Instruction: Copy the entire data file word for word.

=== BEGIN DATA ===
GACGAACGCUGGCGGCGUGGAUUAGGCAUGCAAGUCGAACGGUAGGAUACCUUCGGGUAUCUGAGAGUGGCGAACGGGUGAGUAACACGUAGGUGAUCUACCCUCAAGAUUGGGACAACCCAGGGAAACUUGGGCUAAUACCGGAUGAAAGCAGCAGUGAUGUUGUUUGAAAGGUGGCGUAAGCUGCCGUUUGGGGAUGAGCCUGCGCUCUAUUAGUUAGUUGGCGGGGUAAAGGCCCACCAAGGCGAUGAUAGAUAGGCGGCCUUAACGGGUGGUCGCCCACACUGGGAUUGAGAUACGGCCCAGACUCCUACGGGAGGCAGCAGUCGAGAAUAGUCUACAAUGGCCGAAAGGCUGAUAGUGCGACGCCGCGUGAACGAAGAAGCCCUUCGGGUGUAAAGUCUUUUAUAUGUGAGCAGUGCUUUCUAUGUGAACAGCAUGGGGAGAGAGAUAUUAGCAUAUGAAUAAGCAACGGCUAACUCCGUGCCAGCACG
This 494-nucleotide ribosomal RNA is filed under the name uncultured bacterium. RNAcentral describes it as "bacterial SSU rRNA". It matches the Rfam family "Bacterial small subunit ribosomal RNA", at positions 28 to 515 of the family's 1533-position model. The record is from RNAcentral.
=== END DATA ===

GACGAACGCUGGCGGCGUGGAUUAGGCAUGCAAGUCGAACGGUAGGAUACCUUCGGGUAUCUGAGAGUGGCGAACGGGUGAGUAACACGUAGGUGAUCUACCCUCAAGAUUGGGACAACCCAGGGAAACUUGGGCUAAUACCGGAUGAAAGCAGCAGUGAUGUUGUUUGAAAGGUGGCGUAAGCUGCCGUUUGGGGAUGAGCCUGCGCUCUAUUAGUUAGUUGGCGGGGUAAAGGCCCACCAAGGCGAUGAUAGAUAGGCGGCCUUAACGGGUGGUCGCCCACACUGGGAUUGAGAUACGGCCCAGACUCCUACGGGAGGCAGCAGUCGAGAAUAGUCUACAAUGGCCGAAAGGCUGAUAGUGCGACGCCGCGUGAACGAAGAAGCCCUUCGGGUGUAAAGUCUUUUAUAUGUGAGCAGUGCUUUCUAUGUGAACAGCAUGGGGAGAGAGAUAUUAGCAUAUGAAUAAGCAACGGCUAACUCCGUGCCAGCACG
This 494-nucleotide ribosomal RNA is filed under the name uncultured bacterium. RNAcentral describes it as "bacterial SSU rRNA". It matches the Rfam family "Bacterial small subunit ribosomal RNA", at positions 28 to 515 of the family's 1533-position model. The record is from RNAcentral.